“The Trivago of coffee”: How Barker St is drawing customers away from the big supermarkets, without competing on price
Tuesday, October 22, 2019/
Unable to compete against the likes of Coles and Woolworths on prices, Costa Arvanitopoulos, the co-founder of Sydney-based Barker St, made the markup worth it for his customers.
Together with his wife Effie’s experience in retail, Arvanitopoulos tells SmartCompany he leveraged the contacts and coffee knowledge he has amassed over his 12 years as a cafe owner and at roasteries to create an online coffee marketplace — or what he calls, “the Trivago of coffee”.
The strategy has drawn the attention of roasters around the world, with the business boasting double-digit monthly growth — all within its first year.
A gap in the market
Arvanitopoulos has been in the coffee business for over a decade, spending much of his workweeks behind the counter at Sydney coffee shop The Brewery Espresso Bar or at different roasteries.
However, he was in his kitchen as a “keen home brewer” when he was struck by the need for an online coffee marketplace.
“When I was purchasing coffee, I kept on having tabs open going, ‘what does this roaster have, what does this roaster have, what does this roaster have?’”
A quick Google search for a more convenient way to browse specialty coffee beans came up empty. It was a similar outcome when he went back to work on Monday and asked his customers if they knew anything like what he was describing.
Speaking to “hundreds a day”, Arvanitopoulos says although he didn’t find what he was looking for, his casual verbal survey drummed up enthusiasm for the idea.
“If you think something is going to work, persist,” Arvanitopoulos says.
“I thought there was a gap in the market, and born was Barker St four-to-six months later.”
What coffee lovers want
Although there was interest in his idea, Arvanitopoulos admits one of his major challenges was changing the buying behaviour of coffee enthusiasts.
Ironically, this challenge likely stemmed from the same reason there was a gap in the market: customers typically return to the same places for their coffee, whether that be at a cafe, grocer or supermarket.
“Purchasing coffee online just isn’t the way it’s done — that’s the reality of it and we knew that,” Arvanitopoulos says.
Without the large-scale budget of his supermarket competitors, Arvanitopoulos says Barker St instead moved away from offering lower prices.
The first point of difference he knew Barker St could offer was a large range of products.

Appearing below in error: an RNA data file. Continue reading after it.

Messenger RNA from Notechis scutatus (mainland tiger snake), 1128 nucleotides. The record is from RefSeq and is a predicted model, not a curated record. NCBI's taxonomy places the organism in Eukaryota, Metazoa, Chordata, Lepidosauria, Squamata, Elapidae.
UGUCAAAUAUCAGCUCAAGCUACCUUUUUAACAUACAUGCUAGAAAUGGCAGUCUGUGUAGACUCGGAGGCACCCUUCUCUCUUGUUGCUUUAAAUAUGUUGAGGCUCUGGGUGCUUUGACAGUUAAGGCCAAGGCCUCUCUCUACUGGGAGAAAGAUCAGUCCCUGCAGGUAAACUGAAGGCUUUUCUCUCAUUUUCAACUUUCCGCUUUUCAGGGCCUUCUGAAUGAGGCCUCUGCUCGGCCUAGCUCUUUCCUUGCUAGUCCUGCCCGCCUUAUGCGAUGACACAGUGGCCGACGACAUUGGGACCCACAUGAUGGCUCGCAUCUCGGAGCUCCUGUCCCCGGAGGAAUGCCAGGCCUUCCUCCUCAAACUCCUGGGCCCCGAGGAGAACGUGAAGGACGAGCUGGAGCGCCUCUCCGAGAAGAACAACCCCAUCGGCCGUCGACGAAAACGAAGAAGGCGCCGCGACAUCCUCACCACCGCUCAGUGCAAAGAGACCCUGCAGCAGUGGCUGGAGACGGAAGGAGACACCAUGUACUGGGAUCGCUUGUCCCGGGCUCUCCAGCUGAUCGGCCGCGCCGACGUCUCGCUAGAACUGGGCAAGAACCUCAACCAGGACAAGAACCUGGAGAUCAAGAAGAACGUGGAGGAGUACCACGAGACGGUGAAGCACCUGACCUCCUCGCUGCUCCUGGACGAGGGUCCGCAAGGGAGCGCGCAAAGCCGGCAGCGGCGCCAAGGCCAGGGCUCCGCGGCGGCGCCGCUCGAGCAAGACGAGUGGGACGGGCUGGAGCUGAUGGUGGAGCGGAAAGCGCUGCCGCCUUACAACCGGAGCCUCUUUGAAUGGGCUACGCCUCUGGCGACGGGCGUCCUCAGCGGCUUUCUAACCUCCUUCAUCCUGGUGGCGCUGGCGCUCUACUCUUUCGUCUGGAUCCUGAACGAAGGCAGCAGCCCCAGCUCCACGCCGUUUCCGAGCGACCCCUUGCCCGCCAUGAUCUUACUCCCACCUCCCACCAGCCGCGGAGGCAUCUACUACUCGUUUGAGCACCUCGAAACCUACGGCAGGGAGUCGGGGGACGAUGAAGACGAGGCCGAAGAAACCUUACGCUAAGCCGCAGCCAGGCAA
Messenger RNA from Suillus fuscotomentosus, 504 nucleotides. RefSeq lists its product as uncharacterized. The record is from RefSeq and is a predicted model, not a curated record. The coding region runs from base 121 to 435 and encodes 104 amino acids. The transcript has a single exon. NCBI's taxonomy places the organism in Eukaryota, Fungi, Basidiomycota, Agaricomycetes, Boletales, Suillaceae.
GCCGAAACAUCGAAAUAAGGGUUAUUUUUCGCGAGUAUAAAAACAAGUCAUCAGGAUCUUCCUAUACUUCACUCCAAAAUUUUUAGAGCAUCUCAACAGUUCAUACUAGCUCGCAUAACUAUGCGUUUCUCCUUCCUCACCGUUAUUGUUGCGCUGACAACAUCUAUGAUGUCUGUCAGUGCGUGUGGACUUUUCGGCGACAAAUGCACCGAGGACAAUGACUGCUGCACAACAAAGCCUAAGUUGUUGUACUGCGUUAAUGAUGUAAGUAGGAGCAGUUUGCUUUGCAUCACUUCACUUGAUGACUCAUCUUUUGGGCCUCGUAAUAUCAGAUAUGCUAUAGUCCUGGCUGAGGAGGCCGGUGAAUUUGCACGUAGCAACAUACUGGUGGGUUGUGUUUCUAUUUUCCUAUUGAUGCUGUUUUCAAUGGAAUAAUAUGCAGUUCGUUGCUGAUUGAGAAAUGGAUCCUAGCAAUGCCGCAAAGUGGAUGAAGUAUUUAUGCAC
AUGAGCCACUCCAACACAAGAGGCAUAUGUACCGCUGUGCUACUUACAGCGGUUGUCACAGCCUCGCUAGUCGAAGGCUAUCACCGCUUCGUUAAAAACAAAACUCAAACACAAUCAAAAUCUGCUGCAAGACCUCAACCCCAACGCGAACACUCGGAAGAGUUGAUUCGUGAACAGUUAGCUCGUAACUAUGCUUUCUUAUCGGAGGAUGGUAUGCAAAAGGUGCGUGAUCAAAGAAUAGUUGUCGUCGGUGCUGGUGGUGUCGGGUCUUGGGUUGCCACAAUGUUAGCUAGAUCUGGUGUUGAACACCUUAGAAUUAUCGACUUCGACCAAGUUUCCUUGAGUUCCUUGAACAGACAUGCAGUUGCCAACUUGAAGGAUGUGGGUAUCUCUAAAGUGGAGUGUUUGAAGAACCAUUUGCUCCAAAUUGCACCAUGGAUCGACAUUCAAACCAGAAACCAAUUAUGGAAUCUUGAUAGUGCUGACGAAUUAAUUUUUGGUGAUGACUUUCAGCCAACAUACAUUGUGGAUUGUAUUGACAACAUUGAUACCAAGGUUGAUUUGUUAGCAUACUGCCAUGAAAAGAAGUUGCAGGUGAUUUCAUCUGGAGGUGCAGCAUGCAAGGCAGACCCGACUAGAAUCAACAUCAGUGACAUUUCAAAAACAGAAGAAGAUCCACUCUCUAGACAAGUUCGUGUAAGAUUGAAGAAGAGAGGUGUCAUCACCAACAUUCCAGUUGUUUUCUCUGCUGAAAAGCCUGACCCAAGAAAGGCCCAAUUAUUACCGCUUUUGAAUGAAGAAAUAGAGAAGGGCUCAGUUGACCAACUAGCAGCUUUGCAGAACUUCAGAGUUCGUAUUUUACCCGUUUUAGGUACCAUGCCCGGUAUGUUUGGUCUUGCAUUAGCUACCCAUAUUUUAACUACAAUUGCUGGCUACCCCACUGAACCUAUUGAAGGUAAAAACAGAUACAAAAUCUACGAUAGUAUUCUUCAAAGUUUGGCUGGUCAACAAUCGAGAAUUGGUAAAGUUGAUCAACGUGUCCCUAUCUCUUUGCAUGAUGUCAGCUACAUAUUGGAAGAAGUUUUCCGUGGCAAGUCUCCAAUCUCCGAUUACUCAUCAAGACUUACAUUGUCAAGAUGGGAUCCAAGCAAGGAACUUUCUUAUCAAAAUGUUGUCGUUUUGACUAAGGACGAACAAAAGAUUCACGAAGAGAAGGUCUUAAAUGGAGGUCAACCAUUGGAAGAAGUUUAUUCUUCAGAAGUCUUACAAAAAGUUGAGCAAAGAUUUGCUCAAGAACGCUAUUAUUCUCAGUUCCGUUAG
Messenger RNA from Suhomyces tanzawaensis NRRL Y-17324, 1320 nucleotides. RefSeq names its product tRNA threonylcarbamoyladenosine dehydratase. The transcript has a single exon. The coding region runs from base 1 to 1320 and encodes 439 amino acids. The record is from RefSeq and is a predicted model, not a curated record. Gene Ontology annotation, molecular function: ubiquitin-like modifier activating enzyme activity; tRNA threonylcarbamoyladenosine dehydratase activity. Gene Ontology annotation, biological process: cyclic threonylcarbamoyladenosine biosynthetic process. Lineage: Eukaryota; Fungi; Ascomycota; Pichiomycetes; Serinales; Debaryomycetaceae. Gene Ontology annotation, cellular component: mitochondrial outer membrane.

“People like variety, people like to choose different things, people like to taste different things,” he says.
“That was one of the main things we really had to get right — even in the way we present our coffees online, to give our customers the easiest options possible.”
On a practical level, this meant paying attention to the accessibility of the website’s menus and navigation based on how a coffee drinker might browse intuitively through the range of options.
For example, people consider flavours first, and then think about the equipment they use to brew their coffee, he says.
Changing customer values
However, making a real change in customer buying habits meant Arvanitopoulos had to prove to them it was worth spending more money on their morning brew.
To first ensure he had his customers’ trust, Arvanitopoulos began to freely dispense his know-how via a blog on the Barker St website.
The thinking behind this was the blog would set him up as an industry expert, which it accomplished. The cherry on top was it also boosted the website’s SEO, and Google is now one of the main traffic drivers to the Barker St marketplace.
As the customers learnt more about the industry, their demand for quality beans drew demand away from the available selections on supermarket shelves and towards the specialty roasters’ on the marketplace, Arvanitopoulos explains.
For example, Arvanitopoulos spreads the gospel of drinking coffee within weeks of the roast date rather than before a used-by date — something supermarket coffee consumers are typically unaware of because roast dates are not stamped on mass-produced coffee packaging.
Another reason Arvanitopoulos won’t match supermarket pricing is because of his allegiance to coffee farmers.
“We want to make sure they’ve got enough money on the table,” he says.
“Without the farmers, we don’t have the coffee.”
Arvanitopoulos’ background in cafes and roasteries didn’t just offer him insight, it also gave him a thriving network.
Barker St only partners with “individually selected” suppliers, and while Arvanitopoulos needed to reach out to some, the majority are established connections.
Coffee enthusiasts visiting cafes and roasteries are also the clientele Barker St looks for.
“I was leading the charge because I had access to the people that we were going to target,” he says.
“The number of people that we serve … they do all different things. There’s nothing wrong with striking up a conversation, and you never know where that might lead.”
While his co-founder Effie’s detail-oriented nature is instrumental to organising the spreadsheet side of things, Arvanitopoulos struck gold when he found a business mentor in KPMG customer, brand and marketing partner, Lisa Bora, whose office is above one of his cafes.
“She was a really great customer and I thought I’d get her input on things,” he says.
“Now … we meet up whenever I need some help and sit down to go through everything.
“She’s pretty much my go-to person when I need a bit of help.”
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